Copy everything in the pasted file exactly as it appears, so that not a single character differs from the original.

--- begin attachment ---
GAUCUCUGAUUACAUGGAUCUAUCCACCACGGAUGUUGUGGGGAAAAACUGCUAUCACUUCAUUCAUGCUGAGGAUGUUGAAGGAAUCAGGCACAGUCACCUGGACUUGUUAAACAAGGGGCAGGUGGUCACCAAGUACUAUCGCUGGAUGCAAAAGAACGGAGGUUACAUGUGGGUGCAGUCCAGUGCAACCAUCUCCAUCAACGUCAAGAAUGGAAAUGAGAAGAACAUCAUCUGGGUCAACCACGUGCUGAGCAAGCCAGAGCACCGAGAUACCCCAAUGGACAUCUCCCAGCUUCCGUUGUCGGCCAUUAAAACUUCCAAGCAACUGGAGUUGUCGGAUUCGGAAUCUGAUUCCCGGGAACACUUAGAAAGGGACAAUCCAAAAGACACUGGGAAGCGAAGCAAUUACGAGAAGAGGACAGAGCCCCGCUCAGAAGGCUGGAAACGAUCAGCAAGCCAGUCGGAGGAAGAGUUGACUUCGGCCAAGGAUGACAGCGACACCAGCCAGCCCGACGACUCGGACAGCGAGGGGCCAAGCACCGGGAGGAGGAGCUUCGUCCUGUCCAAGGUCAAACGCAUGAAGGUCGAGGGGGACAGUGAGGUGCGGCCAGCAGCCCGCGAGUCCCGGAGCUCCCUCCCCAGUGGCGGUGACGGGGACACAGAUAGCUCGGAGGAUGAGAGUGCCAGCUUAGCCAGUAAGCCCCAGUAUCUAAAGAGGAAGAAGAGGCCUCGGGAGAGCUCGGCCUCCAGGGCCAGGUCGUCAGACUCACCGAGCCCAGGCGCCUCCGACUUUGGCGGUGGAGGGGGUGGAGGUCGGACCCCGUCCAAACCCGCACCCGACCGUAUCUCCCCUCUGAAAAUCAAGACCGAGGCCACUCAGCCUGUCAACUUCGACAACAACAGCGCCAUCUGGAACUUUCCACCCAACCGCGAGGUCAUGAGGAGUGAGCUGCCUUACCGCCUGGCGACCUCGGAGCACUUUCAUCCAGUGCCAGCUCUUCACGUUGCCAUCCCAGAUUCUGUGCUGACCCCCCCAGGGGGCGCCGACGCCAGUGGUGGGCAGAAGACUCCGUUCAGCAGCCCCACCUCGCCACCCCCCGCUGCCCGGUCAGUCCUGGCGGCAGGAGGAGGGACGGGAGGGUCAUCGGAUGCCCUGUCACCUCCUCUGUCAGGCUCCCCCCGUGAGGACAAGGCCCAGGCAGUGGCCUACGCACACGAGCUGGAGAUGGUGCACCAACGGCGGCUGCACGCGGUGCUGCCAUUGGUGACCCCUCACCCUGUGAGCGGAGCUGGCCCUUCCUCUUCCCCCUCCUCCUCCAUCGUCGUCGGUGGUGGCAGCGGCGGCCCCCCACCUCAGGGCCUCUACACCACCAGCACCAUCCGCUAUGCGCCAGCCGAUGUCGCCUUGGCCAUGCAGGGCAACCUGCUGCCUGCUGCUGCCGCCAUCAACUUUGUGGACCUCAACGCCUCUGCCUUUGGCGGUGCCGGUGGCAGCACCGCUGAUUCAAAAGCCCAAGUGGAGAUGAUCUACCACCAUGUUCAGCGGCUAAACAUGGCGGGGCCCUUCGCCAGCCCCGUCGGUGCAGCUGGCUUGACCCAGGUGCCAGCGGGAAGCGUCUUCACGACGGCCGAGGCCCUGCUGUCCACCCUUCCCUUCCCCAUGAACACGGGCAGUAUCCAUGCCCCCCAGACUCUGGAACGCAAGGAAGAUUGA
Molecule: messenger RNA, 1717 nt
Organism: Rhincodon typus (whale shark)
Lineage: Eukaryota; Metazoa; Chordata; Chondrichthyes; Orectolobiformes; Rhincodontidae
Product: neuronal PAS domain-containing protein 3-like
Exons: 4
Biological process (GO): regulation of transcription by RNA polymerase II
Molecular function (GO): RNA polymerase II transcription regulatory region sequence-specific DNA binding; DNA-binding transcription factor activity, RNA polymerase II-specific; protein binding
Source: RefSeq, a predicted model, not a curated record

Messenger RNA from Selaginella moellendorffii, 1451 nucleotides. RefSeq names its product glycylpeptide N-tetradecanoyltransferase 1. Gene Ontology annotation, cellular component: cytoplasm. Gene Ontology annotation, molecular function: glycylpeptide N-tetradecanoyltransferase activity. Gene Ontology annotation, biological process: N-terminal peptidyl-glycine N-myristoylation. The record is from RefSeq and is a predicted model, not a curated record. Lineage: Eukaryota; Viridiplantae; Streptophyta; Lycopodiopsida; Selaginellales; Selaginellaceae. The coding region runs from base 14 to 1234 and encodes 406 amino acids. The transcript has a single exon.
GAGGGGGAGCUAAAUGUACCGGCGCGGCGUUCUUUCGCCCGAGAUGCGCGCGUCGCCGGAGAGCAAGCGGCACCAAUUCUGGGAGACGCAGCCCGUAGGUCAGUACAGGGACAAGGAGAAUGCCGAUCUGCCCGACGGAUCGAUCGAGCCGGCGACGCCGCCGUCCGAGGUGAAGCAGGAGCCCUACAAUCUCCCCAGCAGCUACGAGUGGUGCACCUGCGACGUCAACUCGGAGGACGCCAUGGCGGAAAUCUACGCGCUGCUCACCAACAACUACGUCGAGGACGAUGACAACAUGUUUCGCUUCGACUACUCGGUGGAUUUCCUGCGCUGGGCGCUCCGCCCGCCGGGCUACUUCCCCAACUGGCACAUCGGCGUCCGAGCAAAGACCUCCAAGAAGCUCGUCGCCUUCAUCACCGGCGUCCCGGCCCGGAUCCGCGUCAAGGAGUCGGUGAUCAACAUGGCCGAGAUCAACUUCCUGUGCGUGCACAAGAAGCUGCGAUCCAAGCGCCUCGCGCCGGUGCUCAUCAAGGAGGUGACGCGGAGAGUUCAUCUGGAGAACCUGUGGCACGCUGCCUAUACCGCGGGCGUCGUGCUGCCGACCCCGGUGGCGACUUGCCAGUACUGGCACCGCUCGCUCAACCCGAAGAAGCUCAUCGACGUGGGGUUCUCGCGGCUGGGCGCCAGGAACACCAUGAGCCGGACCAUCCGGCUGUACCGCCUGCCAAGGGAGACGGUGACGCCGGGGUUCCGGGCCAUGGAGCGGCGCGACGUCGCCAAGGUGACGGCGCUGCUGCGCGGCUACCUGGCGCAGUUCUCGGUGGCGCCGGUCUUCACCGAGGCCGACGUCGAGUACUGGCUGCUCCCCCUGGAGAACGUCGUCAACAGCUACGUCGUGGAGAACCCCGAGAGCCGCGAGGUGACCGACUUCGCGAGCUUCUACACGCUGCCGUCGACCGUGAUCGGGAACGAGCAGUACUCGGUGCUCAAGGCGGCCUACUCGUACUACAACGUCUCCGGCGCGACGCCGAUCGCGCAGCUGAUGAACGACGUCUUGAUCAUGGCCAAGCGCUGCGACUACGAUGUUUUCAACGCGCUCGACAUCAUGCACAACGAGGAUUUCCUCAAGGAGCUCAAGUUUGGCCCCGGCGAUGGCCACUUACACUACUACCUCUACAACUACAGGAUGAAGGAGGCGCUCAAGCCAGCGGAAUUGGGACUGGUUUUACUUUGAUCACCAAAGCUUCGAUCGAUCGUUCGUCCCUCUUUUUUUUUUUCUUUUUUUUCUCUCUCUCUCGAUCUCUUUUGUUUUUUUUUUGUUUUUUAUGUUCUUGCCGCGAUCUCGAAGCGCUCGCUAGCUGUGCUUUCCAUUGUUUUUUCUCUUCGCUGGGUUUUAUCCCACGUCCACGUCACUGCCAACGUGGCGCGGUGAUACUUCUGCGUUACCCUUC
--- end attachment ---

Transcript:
GAUCUCUGAUUACAUGGAUCUAUCCACCACGGAUGUUGUGGGGAAAAACUGCUAUCACUUCAUUCAUGCUGAGGAUGUUGAAGGAAUCAGGCACAGUCACCUGGACUUGUUAAACAAGGGGCAGGUGGUCACCAAGUACUAUCGCUGGAUGCAAAAGAACGGAGGUUACAUGUGGGUGCAGUCCAGUGCAACCAUCUCCAUCAACGUCAAGAAUGGAAAUGAGAAGAACAUCAUCUGGGUCAACCACGUGCUGAGCAAGCCAGAGCACCGAGAUACCCCAAUGGACAUCUCCCAGCUUCCGUUGUCGGCCAUUAAAACUUCCAAGCAACUGGAGUUGUCGGAUUCGGAAUCUGAUUCCCGGGAACACUUAGAAAGGGACAAUCCAAAAGACACUGGGAAGCGAAGCAAUUACGAGAAGAGGACAGAGCCCCGCUCAGAAGGCUGGAAACGAUCAGCAAGCCAGUCGGAGGAAGAGUUGACUUCGGCCAAGGAUGACAGCGACACCAGCCAGCCCGACGACUCGGACAGCGAGGGGCCAAGCACCGGGAGGAGGAGCUUCGUCCUGUCCAAGGUCAAACGCAUGAAGGUCGAGGGGGACAGUGAGGUGCGGCCAGCAGCCCGCGAGUCCCGGAGCUCCCUCCCCAGUGGCGGUGACGGGGACACAGAUAGCUCGGAGGAUGAGAGUGCCAGCUUAGCCAGUAAGCCCCAGUAUCUAAAGAGGAAGAAGAGGCCUCGGGAGAGCUCGGCCUCCAGGGCCAGGUCGUCAGACUCACCGAGCCCAGGCGCCUCCGACUUUGGCGGUGGAGGGGGUGGAGGUCGGACCCCGUCCAAACCCGCACCCGACCGUAUCUCCCCUCUGAAAAUCAAGACCGAGGCCACUCAGCCUGUCAACUUCGACAACAACAGCGCCAUCUGGAACUUUCCACCCAACCGCGAGGUCAUGAGGAGUGAGCUGCCUUACCGCCUGGCGACCUCGGAGCACUUUCAUCCAGUGCCAGCUCUUCACGUUGCCAUCCCAGAUUCUGUGCUGACCCCCCCAGGGGGCGCCGACGCCAGUGGUGGGCAGAAGACUCCGUUCAGCAGCCCCACCUCGCCACCCCCCGCUGCCCGGUCAGUCCUGGCGGCAGGAGGAGGGACGGGAGGGUCAUCGGAUGCCCUGUCACCUCCUCUGUCAGGCUCCCCCCGUGAGGACAAGGCCCAGGCAGUGGCCUACGCACACGAGCUGGAGAUGGUGCACCAACGGCGGCUGCACGCGGUGCUGCCAUUGGUGACCCCUCACCCUGUGAGCGGAGCUGGCCCUUCCUCUUCCCCCUCCUCCUCCAUCGUCGUCGGUGGUGGCAGCGGCGGCCCCCCACCUCAGGGCCUCUACACCACCAGCACCAUCCGCUAUGCGCCAGCCGAUGUCGCCUUGGCCAUGCAGGGCAACCUGCUGCCUGCUGCUGCCGCCAUCAACUUUGUGGACCUCAACGCCUCUGCCUUUGGCGGUGCCGGUGGCAGCACCGCUGAUUCAAAAGCCCAAGUGGAGAUGAUCUACCACCAUGUUCAGCGGCUAAACAUGGCGGGGCCCUUCGCCAGCCCCGUCGGUGCAGCUGGCUUGACCCAGGUGCCAGCGGGAAGCGUCUUCACGACGGCCGAGGCCCUGCUGUCCACCCUUCCCUUCCCCAUGAACACGGGCAGUAUCCAUGCCCCCCAGACUCUGGAACGCAAGGAAGAUUGA
Molecule: messenger RNA, 1717 nt
Organism: Rhincodon typus (whale shark)
Lineage: Eukaryota; Metazoa; Chordata; Chondrichthyes; Orectolobiformes; Rhincodontidae
Product: neuronal PAS domain-containing protein 3-like
Exons: 4
Biological process (GO): regulation of transcription by RNA polymerase II
Molecular function (GO): RNA polymerase II transcription regulatory region sequence-specific DNA binding; DNA-binding transcription factor activity, RNA polymerase II-specific; protein binding
Source: RefSeq, a predicted model, not a curated record

Messenger RNA from Selaginella moellendorffii, 1451 nucleotides. RefSeq names its product glycylpeptide N-tetradecanoyltransferase 1. Gene Ontology annotation, cellular component: cytoplasm. Gene Ontology annotation, molecular function: glycylpeptide N-tetradecanoyltransferase activity. Gene Ontology annotation, biological process: N-terminal peptidyl-glycine N-myristoylation. The record is from RefSeq and is a predicted model, not a curated record. Lineage: Eukaryota; Viridiplantae; Streptophyta; Lycopodiopsida; Selaginellales; Selaginellaceae. The coding region runs from base 14 to 1234 and encodes 406 amino acids. The transcript has a single exon.
GAGGGGGAGCUAAAUGUACCGGCGCGGCGUUCUUUCGCCCGAGAUGCGCGCGUCGCCGGAGAGCAAGCGGCACCAAUUCUGGGAGACGCAGCCCGUAGGUCAGUACAGGGACAAGGAGAAUGCCGAUCUGCCCGACGGAUCGAUCGAGCCGGCGACGCCGCCGUCCGAGGUGAAGCAGGAGCCCUACAAUCUCCCCAGCAGCUACGAGUGGUGCACCUGCGACGUCAACUCGGAGGACGCCAUGGCGGAAAUCUACGCGCUGCUCACCAACAACUACGUCGAGGACGAUGACAACAUGUUUCGCUUCGACUACUCGGUGGAUUUCCUGCGCUGGGCGCUCCGCCCGCCGGGCUACUUCCCCAACUGGCACAUCGGCGUCCGAGCAAAGACCUCCAAGAAGCUCGUCGCCUUCAUCACCGGCGUCCCGGCCCGGAUCCGCGUCAAGGAGUCGGUGAUCAACAUGGCCGAGAUCAACUUCCUGUGCGUGCACAAGAAGCUGCGAUCCAAGCGCCUCGCGCCGGUGCUCAUCAAGGAGGUGACGCGGAGAGUUCAUCUGGAGAACCUGUGGCACGCUGCCUAUACCGCGGGCGUCGUGCUGCCGACCCCGGUGGCGACUUGCCAGUACUGGCACCGCUCGCUCAACCCGAAGAAGCUCAUCGACGUGGGGUUCUCGCGGCUGGGCGCCAGGAACACCAUGAGCCGGACCAUCCGGCUGUACCGCCUGCCAAGGGAGACGGUGACGCCGGGGUUCCGGGCCAUGGAGCGGCGCGACGUCGCCAAGGUGACGGCGCUGCUGCGCGGCUACCUGGCGCAGUUCUCGGUGGCGCCGGUCUUCACCGAGGCCGACGUCGAGUACUGGCUGCUCCCCCUGGAGAACGUCGUCAACAGCUACGUCGUGGAGAACCCCGAGAGCCGCGAGGUGACCGACUUCGCGAGCUUCUACACGCUGCCGUCGACCGUGAUCGGGAACGAGCAGUACUCGGUGCUCAAGGCGGCCUACUCGUACUACAACGUCUCCGGCGCGACGCCGAUCGCGCAGCUGAUGAACGACGUCUUGAUCAUGGCCAAGCGCUGCGACUACGAUGUUUUCAACGCGCUCGACAUCAUGCACAACGAGGAUUUCCUCAAGGAGCUCAAGUUUGGCCCCGGCGAUGGCCACUUACACUACUACCUCUACAACUACAGGAUGAAGGAGGCGCUCAAGCCAGCGGAAUUGGGACUGGUUUUACUUUGAUCACCAAAGCUUCGAUCGAUCGUUCGUCCCUCUUUUUUUUUUUCUUUUUUUUCUCUCUCUCUCGAUCUCUUUUGUUUUUUUUUUGUUUUUUAUGUUCUUGCCGCGAUCUCGAAGCGCUCGCUAGCUGUGCUUUCCAUUGUUUUUUCUCUUCGCUGGGUUUUAUCCCACGUCCACGUCACUGCCAACGUGGCGCGGUGAUACUUCUGCGUUACCCUUC